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I am trying to implement boundary fill algorithm in Java as a part of my assignment. I am getting a stackoverflow error. Here's the code...

package fillAlgorithms;

import java.awt.AWTException;
import java.awt.Color;
import java.awt.Graphics;
import java.awt.Robot;

public class BoundaryFillAlgorithm implements FillAlgorithm {
    public void fill(int x, int y, Graphics g, Color fillColor,
            Color boundaryColor) throws AWTException {
        Robot robot = new Robot();
        // reads the pixel value of pixel at x,y
        Color currentPixelColor = robot.getPixelColor(x, y);
        // if pixel is neither boundary color nor fill color
        // then fills the color
        if (!currentPixelColor.equals(boundaryColor)
                && !currentPixelColor.equals(fillColor)) {
            g.setColor(fillColor);
            g.drawLine(x, y, x, y);
            // recursive call
            fill(x + 1, y, g, fillColor, boundaryColor);
            fill(x - 1, y, g, fillColor, boundaryColor);
            fill(x, y + 1, g, fillColor, boundaryColor);
            fill(x, y - 1, g, fillColor, boundaryColor);

        }

    }
}

And here's the calling class

import fillAlgorithms.BoundaryFillAlgorithm;
import graphics.Point;

import java.awt.AWTException;
import java.awt.Color;
import java.awt.Graphics;

import javax.swing.JApplet;

import shapes.Polygon;

@SuppressWarnings("serial")
public class FillApplet extends JApplet {
    @Override
    public void paint(Graphics g) {
        try {
            // Center of the coordinate system
            Point coordinateCenter = new Point(400, 400);
            Color black = new Color(0, 0, 0);
            Color red = new Color(255, 0, 0);
            Color white = new Color(255, 255, 255);
            g.setColor(red);
                    // filled applet with red color 
            g.fillRect(0, 0, 1000, 1000);
            Point vertices[] = new Point[3];
            // These vertices are with respect to the center of coordinate
            // center defined above
            vertices[0] = new Point(-5, 5);
            vertices[1] = new Point(5, 0);
            vertices[2] = new Point(0, -5);
            // Polygon class contains methods to draw polygons
            // This constructor accepts the vertices in the correct order and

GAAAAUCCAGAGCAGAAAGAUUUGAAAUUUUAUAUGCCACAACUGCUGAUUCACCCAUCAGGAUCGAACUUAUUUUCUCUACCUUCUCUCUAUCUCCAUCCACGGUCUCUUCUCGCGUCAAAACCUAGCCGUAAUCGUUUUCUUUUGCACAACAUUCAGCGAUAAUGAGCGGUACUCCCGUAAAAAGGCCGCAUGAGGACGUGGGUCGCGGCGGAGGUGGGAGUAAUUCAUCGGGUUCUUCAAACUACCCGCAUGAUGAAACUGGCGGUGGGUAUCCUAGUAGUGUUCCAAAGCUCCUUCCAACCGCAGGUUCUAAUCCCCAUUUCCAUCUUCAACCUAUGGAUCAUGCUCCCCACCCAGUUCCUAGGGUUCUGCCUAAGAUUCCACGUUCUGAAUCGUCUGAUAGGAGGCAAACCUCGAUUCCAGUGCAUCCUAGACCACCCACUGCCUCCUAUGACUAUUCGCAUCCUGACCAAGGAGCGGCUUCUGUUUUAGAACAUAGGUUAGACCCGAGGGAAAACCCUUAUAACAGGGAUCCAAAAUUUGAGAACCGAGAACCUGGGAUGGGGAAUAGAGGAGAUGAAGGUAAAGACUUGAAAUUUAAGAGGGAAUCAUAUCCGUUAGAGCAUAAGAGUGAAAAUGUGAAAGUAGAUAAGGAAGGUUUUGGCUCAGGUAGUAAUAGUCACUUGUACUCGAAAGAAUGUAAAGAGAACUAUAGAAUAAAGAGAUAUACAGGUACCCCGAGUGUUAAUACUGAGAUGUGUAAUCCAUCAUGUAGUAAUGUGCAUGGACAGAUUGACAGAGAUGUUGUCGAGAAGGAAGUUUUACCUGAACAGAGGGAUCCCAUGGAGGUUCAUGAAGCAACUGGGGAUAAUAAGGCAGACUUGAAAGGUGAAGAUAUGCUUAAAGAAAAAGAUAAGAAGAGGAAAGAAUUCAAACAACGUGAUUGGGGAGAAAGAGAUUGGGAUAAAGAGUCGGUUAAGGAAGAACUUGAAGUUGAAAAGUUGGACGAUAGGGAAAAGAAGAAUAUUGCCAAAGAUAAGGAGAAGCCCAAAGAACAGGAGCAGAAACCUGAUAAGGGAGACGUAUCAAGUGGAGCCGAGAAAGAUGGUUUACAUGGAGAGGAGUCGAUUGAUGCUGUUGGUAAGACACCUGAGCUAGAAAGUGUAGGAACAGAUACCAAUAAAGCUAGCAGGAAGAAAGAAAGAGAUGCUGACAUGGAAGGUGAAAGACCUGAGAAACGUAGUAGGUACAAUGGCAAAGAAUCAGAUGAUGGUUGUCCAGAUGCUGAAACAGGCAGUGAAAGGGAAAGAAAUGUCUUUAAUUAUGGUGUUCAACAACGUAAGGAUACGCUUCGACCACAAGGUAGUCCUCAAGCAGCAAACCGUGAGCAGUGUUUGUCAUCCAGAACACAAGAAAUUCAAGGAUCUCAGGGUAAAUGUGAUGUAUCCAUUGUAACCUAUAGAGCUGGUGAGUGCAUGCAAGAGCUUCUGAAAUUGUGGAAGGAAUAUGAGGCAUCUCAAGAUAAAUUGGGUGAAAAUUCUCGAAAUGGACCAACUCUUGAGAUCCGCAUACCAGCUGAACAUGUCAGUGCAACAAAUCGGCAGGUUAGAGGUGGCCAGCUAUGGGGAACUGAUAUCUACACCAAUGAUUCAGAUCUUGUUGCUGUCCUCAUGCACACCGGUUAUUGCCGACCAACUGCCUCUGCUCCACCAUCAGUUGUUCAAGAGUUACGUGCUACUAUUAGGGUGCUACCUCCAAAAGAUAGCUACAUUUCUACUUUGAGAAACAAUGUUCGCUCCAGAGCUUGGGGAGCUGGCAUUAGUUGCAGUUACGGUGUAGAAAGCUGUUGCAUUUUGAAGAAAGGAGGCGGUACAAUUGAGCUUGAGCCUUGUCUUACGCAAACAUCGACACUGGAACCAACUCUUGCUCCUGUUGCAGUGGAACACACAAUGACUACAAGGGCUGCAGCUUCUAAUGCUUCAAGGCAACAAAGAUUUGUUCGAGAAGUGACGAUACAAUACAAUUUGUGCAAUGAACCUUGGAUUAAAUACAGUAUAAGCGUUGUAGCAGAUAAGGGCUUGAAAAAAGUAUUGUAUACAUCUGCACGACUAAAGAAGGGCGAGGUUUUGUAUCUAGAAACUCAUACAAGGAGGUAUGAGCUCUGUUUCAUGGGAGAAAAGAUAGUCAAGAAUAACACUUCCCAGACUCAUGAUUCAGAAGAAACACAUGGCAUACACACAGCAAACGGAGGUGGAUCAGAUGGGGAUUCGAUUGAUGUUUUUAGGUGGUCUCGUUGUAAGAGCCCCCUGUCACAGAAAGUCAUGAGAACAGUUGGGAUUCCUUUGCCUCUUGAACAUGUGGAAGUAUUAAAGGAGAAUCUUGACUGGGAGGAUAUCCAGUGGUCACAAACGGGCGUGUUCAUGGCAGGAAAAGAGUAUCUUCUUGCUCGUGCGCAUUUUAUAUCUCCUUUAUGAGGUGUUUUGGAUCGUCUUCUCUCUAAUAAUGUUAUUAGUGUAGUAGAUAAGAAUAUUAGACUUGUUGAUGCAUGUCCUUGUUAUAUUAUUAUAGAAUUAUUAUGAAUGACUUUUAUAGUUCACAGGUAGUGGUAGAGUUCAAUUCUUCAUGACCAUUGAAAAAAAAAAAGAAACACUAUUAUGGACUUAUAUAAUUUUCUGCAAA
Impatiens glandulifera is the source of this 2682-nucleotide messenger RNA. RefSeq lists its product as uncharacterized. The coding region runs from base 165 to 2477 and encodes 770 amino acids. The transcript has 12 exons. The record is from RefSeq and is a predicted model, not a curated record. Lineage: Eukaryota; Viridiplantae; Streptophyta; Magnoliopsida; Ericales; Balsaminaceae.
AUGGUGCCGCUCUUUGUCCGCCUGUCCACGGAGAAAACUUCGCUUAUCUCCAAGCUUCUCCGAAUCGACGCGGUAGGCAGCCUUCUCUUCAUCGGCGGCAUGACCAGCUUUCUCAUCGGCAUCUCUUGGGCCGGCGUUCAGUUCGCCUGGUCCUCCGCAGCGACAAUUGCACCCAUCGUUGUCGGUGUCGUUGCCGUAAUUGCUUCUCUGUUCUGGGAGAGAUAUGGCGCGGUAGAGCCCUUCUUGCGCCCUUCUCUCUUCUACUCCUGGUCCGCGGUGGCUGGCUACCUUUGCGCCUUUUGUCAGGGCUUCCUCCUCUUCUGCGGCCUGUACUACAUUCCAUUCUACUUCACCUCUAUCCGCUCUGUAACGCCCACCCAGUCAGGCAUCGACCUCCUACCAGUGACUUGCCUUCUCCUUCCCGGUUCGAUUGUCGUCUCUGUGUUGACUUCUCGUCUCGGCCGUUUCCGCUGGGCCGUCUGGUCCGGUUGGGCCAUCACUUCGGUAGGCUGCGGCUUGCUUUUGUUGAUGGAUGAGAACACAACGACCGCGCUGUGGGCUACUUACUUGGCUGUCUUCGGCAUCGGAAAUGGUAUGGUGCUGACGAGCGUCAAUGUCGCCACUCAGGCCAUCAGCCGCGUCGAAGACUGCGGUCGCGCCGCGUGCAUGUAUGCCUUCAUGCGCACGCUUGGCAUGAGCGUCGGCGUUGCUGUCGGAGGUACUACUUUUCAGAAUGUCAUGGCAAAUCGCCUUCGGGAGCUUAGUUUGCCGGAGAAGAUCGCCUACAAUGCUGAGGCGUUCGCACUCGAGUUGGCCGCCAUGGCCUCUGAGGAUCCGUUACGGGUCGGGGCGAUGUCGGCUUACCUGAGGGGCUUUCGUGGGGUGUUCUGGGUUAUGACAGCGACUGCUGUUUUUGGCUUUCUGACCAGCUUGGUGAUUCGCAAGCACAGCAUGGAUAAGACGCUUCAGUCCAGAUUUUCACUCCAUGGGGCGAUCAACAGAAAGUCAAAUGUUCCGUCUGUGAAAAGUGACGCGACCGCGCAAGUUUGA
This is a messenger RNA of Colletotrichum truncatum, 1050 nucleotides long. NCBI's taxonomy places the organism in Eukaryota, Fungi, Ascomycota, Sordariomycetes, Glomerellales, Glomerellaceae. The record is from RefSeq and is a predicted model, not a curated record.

// the color of polygon
            // Fill color may be different from this color
            Polygon polygon = new Polygon(vertices, black);
            // Draw method draws the polygon after translating them into the
            // standard coordinate system of
            // having 0,0 in the top left corner
            polygon.draw(g, coordinateCenter);
            BoundaryFillAlgorithm algo = new BoundaryFillAlgorithm();
            algo.fill(400, 400, g, black, black);

        } catch (AWTException e) {
            e.printStackTrace();
        } catch (Exception e) {
            e.printStackTrace();
        }
    }
}

I have tried to debug it and noticed that Robot class always gives the same color(r=16,g=16,b=32) ..even if it reaches the boundary of the polygon(triangle) Is there a more efficient way to do this? What's wrong with this code?

share|improve this question
    
each fill call use a new Robot instance, that's strange – RC. Feb 28 '14 at 6:39
    
I corrected that ..Thanks ! – surbhi Feb 28 '14 at 6:41
    
Do you have to use Robot? Or could you also use an image on which you paint which is then painted in the applet? – Rainer Schwarze Feb 28 '14 at 8:49
    
@Rainer Schwarze That's probably the main problem here. @surbhi Note that robot.getPixelColor(x, y); refers to screen coordinates - but you hardly ever know where on the screen your applet is shown! So the coordinates (400,400) do not make any sense. As Rainer suggested, the algorithm should probably be applied to a BufferedImage or so. – Marco13 Feb 28 '14 at 9:30
    
If you are looking for more efficient approach, read entire buffer once and put it to an array then work on this array and send result back to back buffer. Reading a pixel everytime from robot and writing 1 pixel lengths is not a good idea. Also I don't think a recursive function is the right approach here. You are wasting too much calls that tries to write on same pixels again and again. And you are likely get stack overflows just because you are having too much depth for big areas – taytay Feb 28 '14 at 9:41
up vote 0 down vote accepted

Note that robot.getPixelColor(x, y); refers to screen coordinates - but you hardly ever know where on the screen your applet is shown! So the coordinates (400,400) do not make any sense.

As Rainer Schwarze suggested in one of the comments, the algorithm should probably be applied to a BufferedImage.

share|improve this answer

You're going to have to rethink your fill method.
Assume x = 10
fill(10, ...) then calls fill(9,...) and fill(11,...)
Which in turn then call fill(8, ...), fill(10, ...), fill(10, ...) and fill(12, ...)

share|improve this answer
    
That should already be covered by the if-statement if (...! currentPixelColor.equals(fillColor)) surrounding the recursive calls – Marco13 Feb 28 '14 at 9:24

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